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Q. Who is Mr. Smarty Plants?

A: There are those who suspect Wildflower Center volunteers are the culpable and capable culprits. Yet, others think staff members play some, albeit small, role. You can torture us with your plant questions, but we will never reveal the Green Guru's secret identity.

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Ask Mr. Smarty Plants is a free service provided by the staff and volunteers at the Lady Bird Johnson Wildflower Center.

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Thursday - May 24, 2012

From: Round Rock, TX
Region: Southwest
Topic: Pests, Trees
Title: Unknown pest of Texas Mountain Laurel from Round Rock TX
Answered by: Barbara Medford

QUESTION:

I have a Texas Mountain Laurel that is being denuded from the top down by something unseen. It's not the Genista moth larvae, as there are no worms and no webbing visible. The only clue that it might be insects is a small spider web in one of the forks of the branches. There are new growth leaves appearing in some of the denuded places, so the wood itself is not dead. Any ideas?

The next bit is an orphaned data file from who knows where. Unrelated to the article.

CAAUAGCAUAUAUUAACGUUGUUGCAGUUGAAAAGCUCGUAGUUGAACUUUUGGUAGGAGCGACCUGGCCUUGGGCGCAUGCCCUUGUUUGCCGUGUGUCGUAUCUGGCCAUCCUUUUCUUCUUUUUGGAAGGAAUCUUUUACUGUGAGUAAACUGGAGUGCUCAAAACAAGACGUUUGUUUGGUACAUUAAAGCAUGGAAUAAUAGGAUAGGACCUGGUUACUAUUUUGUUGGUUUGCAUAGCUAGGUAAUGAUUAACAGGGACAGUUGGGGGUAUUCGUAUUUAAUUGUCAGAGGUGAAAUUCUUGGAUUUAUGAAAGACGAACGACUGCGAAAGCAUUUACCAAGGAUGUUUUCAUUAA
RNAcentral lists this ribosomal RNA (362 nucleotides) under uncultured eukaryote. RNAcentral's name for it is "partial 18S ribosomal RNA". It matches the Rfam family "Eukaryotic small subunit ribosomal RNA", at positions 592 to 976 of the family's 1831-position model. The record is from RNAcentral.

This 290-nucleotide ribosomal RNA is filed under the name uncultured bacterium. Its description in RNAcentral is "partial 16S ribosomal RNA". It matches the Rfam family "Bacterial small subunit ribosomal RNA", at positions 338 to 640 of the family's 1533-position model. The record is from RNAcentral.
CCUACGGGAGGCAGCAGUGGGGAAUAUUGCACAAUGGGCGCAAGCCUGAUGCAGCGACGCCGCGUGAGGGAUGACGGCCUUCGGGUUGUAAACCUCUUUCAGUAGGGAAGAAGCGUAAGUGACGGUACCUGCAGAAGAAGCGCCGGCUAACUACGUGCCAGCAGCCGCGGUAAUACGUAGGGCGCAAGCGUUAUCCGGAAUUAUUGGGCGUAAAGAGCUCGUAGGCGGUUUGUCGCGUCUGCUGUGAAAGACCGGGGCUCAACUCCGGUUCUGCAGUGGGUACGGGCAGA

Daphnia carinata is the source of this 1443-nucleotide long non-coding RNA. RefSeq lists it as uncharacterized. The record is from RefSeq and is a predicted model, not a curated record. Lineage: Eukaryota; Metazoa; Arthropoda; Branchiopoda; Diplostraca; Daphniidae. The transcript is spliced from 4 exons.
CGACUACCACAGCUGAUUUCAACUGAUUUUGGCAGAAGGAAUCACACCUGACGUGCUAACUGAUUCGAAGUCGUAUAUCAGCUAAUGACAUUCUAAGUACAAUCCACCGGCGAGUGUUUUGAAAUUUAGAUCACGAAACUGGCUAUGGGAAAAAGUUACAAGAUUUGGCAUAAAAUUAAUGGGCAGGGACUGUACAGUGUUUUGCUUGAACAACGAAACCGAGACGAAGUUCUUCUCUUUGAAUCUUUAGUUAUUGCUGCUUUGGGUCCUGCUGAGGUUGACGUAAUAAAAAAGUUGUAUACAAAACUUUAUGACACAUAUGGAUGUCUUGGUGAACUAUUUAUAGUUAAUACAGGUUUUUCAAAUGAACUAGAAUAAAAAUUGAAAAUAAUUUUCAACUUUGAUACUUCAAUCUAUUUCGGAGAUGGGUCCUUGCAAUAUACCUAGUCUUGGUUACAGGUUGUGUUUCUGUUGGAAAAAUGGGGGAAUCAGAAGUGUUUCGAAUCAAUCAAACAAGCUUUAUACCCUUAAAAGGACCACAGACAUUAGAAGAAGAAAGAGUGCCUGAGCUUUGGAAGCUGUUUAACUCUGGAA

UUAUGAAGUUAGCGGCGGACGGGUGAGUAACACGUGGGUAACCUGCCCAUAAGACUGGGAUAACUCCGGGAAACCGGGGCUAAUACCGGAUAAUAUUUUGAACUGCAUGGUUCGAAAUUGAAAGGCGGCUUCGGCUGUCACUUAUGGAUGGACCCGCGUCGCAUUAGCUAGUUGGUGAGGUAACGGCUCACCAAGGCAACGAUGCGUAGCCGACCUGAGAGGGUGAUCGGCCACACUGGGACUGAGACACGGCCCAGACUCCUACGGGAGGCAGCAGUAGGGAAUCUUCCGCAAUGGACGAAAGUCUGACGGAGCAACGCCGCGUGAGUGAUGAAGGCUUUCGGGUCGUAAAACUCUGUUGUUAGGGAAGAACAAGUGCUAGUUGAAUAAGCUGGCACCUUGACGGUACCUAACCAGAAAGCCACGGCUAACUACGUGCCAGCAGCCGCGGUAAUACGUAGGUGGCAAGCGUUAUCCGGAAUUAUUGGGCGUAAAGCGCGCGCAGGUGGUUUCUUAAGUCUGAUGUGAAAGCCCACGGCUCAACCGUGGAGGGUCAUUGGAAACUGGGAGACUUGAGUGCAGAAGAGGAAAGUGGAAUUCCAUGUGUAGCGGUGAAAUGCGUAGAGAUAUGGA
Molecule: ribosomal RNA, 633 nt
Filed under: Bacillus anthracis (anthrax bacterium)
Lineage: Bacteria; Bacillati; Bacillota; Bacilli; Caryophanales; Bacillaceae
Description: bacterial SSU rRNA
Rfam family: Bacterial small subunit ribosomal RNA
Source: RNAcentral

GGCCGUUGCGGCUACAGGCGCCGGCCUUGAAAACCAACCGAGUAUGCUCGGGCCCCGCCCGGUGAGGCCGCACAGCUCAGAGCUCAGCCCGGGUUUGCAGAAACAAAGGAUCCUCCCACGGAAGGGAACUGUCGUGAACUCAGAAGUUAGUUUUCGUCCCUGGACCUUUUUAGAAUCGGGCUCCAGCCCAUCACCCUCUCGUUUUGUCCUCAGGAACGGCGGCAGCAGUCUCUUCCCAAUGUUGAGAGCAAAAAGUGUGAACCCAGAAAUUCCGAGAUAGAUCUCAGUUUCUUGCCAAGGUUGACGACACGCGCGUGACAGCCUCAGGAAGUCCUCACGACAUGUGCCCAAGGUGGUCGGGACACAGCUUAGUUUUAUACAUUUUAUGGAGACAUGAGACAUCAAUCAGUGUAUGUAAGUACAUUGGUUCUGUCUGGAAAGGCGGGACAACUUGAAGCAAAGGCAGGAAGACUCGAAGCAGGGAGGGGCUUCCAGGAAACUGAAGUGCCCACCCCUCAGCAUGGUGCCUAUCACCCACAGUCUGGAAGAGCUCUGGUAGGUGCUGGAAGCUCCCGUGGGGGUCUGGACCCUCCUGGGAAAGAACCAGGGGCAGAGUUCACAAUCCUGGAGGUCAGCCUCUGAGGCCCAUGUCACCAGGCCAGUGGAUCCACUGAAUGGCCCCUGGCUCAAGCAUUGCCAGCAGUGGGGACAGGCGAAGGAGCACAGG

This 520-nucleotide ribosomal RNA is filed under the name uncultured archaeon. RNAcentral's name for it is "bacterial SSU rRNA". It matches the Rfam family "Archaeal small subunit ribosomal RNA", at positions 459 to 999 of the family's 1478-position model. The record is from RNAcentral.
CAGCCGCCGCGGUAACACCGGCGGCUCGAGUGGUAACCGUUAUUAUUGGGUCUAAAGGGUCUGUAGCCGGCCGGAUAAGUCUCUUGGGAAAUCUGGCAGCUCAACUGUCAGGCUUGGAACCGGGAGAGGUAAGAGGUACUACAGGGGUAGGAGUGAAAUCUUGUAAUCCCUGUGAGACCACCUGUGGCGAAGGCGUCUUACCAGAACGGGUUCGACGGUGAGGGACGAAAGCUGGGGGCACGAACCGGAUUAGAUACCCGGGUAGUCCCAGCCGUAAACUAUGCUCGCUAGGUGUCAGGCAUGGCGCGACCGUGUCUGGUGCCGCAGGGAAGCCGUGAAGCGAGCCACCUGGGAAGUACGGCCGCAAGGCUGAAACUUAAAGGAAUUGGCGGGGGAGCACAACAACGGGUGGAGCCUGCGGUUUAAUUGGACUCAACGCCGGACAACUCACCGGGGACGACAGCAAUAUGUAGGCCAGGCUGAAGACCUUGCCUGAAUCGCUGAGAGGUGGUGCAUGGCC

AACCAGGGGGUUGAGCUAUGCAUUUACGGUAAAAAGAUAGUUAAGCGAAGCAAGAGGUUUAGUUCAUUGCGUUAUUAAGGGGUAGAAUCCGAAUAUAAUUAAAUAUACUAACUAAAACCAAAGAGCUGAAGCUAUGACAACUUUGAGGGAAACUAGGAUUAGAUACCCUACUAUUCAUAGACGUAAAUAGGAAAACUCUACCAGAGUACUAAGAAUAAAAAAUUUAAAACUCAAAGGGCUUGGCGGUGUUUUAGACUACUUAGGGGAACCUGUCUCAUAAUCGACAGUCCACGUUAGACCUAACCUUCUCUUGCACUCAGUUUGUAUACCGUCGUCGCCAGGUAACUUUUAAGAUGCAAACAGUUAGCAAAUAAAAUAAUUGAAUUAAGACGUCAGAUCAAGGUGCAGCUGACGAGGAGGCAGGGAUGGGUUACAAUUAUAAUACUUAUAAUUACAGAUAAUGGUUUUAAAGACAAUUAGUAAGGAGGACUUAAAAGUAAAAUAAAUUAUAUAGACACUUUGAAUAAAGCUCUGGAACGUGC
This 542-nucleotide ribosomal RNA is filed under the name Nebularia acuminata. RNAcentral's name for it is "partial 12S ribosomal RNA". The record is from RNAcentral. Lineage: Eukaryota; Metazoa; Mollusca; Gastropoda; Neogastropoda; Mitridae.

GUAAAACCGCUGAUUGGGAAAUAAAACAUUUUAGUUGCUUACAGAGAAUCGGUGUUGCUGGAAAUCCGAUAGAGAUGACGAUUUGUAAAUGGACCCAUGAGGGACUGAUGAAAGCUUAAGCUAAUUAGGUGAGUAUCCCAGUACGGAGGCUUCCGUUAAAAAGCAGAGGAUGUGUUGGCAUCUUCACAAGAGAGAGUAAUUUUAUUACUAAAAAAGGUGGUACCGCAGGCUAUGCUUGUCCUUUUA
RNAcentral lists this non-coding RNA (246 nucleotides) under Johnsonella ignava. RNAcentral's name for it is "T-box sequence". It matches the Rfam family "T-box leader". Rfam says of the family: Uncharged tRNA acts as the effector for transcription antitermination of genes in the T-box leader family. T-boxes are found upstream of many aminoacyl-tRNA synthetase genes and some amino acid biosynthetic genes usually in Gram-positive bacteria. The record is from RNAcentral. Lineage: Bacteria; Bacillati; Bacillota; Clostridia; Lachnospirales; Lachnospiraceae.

ANSWER:

Here is one of our own previous answers on this subject. From Arid Zone Trees, more of the same. You did not say how old your tree is, sometimes loss of leaves can be caused by transplant shock, which in turn is caused by a tree not planted with good drainage, not receiving the right amount of sun. If your tree is not being overwatered, if water does not stand on the ground after infrequent watering, and it is in full sun or part shade, it should recover.

 

From the Image Gallery


Texas mountain laurel
Sophora secundiflora

Texas mountain laurel
Sophora secundiflora

Texas mountain laurel
Sophora secundiflora

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